Researchers claim that large scale quantum computers could supercharge business processes and ignite a new wave of innovation in the coming years.
A 2017 report from Google’s Quantum AI Laboratory set out to establish the commercial opportunities of quantum computing over the next 5 years. The report led by Masoud Mohseni, found that once certain technological challenges are overcome, quantum processors will be applied to transform a range of tasks.
The use cases could include molecular modelling which would take medical advancements to new heights and enable the creation of new materials. Future quantum computers will be able to help with logistical problems related to optimisation as well as pushing the boundaries and capacity of artificial intelligence and machine learning. Moreover, the enormous potential for number crunching means that the computers will excel in code breaking and insider security. See below for greater detail.
“Modelling chemical reactions and materials is one of the most anticipated applications of quantum computing”, the researchers argue. “Instead of spending years, and hundreds of millions of dollars, making and characterising a handful of materials, researchers could study millions of candidates in silicon.”
Whether the aim is stronger polymers for aeroplanes, more-effective catalytic converters for cars, more-efficient materials for solar cells, better pharmaceuticals or more breathable fabrics, faster discovery pipelines will bring enormous value
Computational materials discovery is already a large industry, but the researchers claim that quantum computers promise a radical transition from our current situation. “Chemical-reaction rates are extremely sensitive to molecular energies and span a range wider than classical methods can handle. If robust algorithms are developed, it might be possible to simulate important materials without the overhead of full quantum error correction.”
For example, algorithms are already known that seem to be immune to qubit control errors. A variety of business models could supply quantum simulators. Laboratories might pay a subscription for access. Computing companies could act as consultants. Some businesses might exchange equity in return for quantum-assisted breakthroughs that lead to innovative material developments.
A central and difficult computational task in all disciplines of physical and social sciences, and across industries, is optimization. And people talk about finding a needle in a haystack, that’s where quantum computing comes in.
“Such problems are difficult to solve with conventional computers because algorithms can navigate only slowly through the mathematical landscape of possible solutions; good solutions may be hidden behind high barriers that are hard to overcome. The most general classical algorithms use statistical methods (such as thermal energy distributions) to ‘jump’ over these barriers.”
We believe that this type of classical sampling could be enhanced by occasionally invoking quantum phenomena such as tunnelling (whereby quantum information is transmitted through barriers) to find rare but high-quality solutions.
“For example, online recommendations and bidding strategies for advertisements use optimization algorithms to respond in the most effective way to consumers’ needs and changing markets,” the researchers claim. “More-powerful protocols, based on a combination of quantum and classical solvers, could improve the quality of products and services in many industries. Logistics companies need to optimize their scheduling, planning and product distribution daily.”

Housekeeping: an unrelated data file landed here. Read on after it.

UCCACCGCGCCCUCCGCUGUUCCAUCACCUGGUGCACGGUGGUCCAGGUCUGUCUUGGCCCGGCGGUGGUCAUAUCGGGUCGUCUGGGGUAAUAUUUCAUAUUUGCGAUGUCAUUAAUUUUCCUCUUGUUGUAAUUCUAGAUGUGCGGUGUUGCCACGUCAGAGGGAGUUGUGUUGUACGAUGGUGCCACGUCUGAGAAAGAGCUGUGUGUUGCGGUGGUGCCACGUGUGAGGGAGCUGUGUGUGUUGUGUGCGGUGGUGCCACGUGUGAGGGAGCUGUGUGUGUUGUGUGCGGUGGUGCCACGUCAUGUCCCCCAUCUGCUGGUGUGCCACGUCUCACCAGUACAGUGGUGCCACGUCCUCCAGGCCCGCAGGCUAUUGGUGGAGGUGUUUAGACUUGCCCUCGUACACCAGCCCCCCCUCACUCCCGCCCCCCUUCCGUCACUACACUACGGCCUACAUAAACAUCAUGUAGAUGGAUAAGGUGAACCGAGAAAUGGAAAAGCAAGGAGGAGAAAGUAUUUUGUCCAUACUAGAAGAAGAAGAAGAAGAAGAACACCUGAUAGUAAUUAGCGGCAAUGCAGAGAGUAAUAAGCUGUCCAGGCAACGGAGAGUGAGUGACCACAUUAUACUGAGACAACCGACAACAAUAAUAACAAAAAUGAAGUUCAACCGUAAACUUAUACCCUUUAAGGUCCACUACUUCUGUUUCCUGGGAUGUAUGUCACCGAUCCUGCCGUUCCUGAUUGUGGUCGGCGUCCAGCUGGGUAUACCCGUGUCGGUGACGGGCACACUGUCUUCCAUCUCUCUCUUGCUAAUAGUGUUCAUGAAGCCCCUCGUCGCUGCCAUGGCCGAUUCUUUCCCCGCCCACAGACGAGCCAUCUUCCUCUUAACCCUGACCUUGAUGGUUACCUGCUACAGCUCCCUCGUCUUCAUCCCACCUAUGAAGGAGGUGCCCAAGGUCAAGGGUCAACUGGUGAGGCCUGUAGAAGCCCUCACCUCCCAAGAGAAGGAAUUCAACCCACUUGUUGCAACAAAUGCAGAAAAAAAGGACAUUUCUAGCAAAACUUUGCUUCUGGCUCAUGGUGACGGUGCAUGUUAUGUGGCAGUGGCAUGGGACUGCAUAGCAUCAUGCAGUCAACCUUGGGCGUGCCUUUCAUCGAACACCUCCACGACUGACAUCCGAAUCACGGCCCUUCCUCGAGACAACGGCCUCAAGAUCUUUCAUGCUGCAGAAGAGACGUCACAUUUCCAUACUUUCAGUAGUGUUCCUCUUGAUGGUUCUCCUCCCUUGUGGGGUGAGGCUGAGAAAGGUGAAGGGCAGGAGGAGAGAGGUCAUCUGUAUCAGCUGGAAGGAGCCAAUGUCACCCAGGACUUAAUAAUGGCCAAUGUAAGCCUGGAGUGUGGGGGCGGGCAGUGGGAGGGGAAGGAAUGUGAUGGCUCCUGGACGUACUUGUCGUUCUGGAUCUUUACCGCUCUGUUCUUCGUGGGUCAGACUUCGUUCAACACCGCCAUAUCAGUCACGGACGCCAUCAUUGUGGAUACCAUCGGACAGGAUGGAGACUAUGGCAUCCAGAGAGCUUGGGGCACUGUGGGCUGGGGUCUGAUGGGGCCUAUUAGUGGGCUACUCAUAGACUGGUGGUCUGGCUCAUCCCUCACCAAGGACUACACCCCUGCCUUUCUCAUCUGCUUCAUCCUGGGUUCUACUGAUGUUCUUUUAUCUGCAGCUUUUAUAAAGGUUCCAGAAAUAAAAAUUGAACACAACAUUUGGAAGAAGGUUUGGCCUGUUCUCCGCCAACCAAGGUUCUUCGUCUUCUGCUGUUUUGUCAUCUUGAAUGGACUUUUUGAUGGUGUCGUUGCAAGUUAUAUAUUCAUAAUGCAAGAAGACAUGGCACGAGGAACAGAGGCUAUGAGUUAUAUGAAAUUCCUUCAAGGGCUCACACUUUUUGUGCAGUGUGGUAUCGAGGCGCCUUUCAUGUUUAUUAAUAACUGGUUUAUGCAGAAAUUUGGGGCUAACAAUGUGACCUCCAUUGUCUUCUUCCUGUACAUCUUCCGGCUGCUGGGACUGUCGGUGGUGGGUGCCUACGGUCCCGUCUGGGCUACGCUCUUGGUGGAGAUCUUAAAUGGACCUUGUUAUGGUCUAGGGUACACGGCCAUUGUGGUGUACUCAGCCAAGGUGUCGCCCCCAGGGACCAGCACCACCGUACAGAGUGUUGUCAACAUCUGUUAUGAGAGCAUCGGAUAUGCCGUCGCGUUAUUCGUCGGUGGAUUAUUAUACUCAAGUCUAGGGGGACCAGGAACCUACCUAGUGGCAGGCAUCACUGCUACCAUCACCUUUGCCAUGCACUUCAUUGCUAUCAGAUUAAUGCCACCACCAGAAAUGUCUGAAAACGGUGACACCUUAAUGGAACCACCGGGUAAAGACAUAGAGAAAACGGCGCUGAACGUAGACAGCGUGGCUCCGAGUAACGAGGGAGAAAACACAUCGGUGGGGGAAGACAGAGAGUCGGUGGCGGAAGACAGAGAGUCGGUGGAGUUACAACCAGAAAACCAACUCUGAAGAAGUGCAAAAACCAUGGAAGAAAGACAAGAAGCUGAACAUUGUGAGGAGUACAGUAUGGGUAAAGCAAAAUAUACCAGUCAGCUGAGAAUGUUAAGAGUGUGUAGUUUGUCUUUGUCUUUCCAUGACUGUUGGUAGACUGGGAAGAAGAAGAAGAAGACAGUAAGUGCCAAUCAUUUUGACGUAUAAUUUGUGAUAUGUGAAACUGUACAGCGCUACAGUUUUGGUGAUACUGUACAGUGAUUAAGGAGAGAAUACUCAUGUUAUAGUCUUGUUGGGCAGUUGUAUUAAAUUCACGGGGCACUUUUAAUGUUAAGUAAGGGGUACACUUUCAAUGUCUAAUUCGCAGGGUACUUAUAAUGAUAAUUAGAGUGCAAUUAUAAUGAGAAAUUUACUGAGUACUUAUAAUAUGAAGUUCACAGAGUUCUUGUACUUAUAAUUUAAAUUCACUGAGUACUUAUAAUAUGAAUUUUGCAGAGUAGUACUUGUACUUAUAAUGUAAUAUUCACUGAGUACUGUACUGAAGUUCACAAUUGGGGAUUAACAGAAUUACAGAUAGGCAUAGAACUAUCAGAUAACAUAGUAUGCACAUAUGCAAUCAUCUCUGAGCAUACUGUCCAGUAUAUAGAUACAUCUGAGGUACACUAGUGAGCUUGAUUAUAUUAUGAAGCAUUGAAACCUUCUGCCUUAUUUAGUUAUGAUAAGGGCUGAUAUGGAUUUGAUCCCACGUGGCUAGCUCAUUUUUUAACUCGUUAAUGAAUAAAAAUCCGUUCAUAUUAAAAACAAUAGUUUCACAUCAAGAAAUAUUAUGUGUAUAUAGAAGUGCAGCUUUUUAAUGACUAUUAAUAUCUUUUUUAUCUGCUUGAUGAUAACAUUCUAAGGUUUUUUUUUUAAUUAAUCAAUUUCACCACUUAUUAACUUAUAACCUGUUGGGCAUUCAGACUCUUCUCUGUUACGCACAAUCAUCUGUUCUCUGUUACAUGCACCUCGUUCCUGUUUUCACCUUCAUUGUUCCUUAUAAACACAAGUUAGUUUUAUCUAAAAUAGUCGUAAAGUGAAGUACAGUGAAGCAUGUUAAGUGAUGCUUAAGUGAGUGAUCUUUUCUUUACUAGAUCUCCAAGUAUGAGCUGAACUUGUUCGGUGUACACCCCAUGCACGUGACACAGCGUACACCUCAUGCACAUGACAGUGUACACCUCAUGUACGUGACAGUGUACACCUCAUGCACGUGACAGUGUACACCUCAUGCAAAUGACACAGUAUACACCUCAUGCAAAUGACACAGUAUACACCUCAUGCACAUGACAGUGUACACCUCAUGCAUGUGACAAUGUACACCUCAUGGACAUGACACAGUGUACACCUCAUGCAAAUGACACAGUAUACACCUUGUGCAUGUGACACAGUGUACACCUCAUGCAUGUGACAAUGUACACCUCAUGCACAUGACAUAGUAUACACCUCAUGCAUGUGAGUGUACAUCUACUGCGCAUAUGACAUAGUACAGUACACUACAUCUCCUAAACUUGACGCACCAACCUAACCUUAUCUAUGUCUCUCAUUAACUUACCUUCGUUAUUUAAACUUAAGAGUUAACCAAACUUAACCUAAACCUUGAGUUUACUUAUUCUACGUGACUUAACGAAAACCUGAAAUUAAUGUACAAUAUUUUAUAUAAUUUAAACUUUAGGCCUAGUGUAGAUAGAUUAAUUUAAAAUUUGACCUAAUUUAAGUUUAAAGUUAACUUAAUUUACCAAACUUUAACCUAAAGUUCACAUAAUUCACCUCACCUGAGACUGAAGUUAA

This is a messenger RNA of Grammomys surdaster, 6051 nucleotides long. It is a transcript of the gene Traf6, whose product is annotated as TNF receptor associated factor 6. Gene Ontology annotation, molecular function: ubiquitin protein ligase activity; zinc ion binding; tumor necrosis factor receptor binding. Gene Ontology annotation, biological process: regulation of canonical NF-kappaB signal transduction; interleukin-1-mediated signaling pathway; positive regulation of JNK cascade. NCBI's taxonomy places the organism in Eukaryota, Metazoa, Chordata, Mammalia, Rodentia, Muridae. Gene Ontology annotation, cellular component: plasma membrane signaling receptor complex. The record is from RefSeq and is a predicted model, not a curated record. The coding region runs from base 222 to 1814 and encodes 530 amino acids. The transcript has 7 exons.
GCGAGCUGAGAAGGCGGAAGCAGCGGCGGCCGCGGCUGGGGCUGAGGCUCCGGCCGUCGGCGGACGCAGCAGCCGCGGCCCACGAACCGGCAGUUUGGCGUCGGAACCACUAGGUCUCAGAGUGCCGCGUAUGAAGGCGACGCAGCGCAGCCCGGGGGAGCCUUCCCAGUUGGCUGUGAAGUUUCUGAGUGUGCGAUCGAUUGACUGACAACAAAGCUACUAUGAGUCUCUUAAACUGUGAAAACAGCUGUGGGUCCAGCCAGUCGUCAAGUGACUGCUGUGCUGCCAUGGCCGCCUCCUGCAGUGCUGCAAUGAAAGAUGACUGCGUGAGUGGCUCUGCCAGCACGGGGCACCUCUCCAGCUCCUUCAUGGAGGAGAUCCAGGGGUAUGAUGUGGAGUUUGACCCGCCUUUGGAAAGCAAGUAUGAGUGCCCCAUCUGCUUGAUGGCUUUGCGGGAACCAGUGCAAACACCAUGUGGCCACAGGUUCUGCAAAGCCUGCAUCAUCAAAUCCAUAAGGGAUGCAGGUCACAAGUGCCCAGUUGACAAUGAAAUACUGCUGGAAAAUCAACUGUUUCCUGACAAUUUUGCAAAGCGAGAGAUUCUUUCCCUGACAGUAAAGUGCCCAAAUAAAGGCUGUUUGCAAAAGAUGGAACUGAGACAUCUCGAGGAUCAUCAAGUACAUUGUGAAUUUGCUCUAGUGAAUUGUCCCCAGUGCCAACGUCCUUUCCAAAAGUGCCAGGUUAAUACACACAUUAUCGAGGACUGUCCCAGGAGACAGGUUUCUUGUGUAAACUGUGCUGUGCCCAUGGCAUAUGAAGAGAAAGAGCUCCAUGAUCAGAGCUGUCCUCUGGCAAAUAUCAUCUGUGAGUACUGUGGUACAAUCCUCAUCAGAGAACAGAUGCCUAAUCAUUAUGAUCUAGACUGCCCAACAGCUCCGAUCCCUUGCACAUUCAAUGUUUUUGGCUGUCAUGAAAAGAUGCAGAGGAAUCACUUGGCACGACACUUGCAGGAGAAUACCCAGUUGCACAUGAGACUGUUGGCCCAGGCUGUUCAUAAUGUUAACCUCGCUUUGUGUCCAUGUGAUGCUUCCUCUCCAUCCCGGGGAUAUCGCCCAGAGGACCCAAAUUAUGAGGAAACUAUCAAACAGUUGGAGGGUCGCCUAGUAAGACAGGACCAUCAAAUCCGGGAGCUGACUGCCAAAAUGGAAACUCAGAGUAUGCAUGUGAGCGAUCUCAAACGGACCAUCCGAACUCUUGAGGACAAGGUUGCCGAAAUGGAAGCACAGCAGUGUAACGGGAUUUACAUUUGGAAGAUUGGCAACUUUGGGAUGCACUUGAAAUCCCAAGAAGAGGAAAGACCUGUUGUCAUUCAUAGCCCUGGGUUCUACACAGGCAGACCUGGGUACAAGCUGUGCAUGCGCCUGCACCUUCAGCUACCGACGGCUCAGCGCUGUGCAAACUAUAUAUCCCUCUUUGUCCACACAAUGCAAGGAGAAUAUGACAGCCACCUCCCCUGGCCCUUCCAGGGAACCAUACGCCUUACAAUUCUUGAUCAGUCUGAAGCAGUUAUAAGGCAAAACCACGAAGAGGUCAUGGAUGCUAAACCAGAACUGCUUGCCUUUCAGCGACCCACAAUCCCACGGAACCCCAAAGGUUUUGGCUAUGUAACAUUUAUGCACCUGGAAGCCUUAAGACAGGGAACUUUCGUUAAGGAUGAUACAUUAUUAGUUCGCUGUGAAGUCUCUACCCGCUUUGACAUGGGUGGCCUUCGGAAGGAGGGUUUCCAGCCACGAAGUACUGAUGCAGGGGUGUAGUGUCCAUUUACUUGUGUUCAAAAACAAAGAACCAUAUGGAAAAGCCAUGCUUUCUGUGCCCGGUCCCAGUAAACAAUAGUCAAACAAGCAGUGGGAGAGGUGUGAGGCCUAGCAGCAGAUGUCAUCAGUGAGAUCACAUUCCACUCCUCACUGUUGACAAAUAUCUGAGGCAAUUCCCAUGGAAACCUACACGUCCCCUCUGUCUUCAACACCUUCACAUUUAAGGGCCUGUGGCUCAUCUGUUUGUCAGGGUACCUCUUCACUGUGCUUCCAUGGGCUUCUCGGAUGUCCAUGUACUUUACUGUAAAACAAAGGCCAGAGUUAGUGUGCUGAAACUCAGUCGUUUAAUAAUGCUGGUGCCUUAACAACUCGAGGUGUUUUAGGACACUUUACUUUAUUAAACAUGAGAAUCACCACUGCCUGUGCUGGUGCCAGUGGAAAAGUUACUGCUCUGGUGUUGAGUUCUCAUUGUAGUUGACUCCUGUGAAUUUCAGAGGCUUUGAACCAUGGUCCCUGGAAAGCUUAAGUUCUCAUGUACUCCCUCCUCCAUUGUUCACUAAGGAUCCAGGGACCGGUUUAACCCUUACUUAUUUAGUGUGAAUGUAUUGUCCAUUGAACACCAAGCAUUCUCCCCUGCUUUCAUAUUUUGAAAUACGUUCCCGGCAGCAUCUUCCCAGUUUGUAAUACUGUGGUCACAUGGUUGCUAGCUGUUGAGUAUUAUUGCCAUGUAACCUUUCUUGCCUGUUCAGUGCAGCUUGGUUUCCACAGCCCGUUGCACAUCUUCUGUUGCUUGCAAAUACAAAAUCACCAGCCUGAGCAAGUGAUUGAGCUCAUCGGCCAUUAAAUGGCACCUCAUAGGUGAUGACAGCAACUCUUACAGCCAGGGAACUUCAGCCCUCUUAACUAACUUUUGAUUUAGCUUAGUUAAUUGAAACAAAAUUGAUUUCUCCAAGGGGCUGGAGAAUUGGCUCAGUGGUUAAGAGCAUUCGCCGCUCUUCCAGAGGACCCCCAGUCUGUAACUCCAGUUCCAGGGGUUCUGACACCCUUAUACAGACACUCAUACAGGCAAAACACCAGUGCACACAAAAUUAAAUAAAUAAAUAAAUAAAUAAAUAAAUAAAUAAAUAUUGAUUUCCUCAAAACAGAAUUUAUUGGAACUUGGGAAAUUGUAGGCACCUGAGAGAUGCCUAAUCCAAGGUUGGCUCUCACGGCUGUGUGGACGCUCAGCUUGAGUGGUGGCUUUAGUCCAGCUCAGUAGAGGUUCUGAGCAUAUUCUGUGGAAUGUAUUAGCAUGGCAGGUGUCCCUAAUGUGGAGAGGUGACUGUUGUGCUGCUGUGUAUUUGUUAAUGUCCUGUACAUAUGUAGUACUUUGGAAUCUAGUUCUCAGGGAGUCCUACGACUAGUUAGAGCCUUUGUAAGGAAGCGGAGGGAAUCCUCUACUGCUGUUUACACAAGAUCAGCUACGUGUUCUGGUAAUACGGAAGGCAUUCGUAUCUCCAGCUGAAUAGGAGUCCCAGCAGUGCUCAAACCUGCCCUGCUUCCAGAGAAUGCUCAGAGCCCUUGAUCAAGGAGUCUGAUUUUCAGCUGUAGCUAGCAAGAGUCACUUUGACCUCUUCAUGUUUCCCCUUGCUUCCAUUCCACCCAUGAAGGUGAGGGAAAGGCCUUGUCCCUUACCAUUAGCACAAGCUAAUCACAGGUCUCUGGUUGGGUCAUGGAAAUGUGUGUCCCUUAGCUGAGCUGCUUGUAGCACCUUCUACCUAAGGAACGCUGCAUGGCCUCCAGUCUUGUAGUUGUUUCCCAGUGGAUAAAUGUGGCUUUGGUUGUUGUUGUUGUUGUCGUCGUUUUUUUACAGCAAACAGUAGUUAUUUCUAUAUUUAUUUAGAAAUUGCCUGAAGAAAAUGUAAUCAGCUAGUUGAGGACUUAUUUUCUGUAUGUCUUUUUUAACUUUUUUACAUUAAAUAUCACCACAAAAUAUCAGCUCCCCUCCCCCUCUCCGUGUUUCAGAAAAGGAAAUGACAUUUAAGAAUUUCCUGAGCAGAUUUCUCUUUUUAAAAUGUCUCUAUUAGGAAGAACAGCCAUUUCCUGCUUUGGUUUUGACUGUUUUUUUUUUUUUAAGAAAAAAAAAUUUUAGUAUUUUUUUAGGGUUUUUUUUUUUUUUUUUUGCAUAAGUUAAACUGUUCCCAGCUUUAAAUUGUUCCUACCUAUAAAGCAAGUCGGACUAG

“Quantum enhanced algorithms could improve patient diagnostics for health care. The quality of search or product recommendations for large information-technology companies such as ours, Microsoft, Amazon and Facebook could be enhanced.”
Achieving Quantum Supremacy
The researchers also claimed within a few years, an experiment achieving ‘quantum supremacy’ will be performed. This term was coined by theoretical physicist John Preskill to describe the ability of a quantum processor to perform, in a short time, a well-defined mathematical task that even the largest classical supercomputers (such as China’s Sunway TaihuLight) would be unable to complete within any reasonable time frame.
“Among promising applications of quantum sampling are inference and pattern recognition in machine learning. To facilitate experimentation across academia and industry, we plan to offer access to the quantum hardware through a cloud-computing interface.”
What are the Technological Challenges?
Ultimately, the Google researchers state that two main technological challenges must be overcome for quantum computing to be widely commercialised.
Qubits are exceptionally fragile and difficult to keep in stable states. To achieve ‘quantum entanglement’ (coherence), a main requirement for a working machine, researchers must undergo extensive and lengthy error correction for results. Therefore, combining scaling and coherence is the big challenge of quantum systems engineering.
“Quantum hardware needs to be scaled up to compete with classical hardware, which has been improving exponentially for decades.”
Unsurprisingly rapid advancement is steadily being made in this area. Alan Ho, an engineer in Google’s quantum AI lab, revealed the company’s progress at a quantum computing conference in Munich, Germany in June 2017.
His team is is working with a 20-qubit system that has a “two-qubit fidelity” of 99.5 per cent – a measure of how error-prone the processor is, with a higher rating equating to fewer errors. According to the New Scientist, for Google to achieve ‘Quantum Supremacy’, they will need to build a 49-qubit system with a two-qubit fidelity of at least 99.7 per cent. Ho is confident his team will deliver this system in the early months of 2018.
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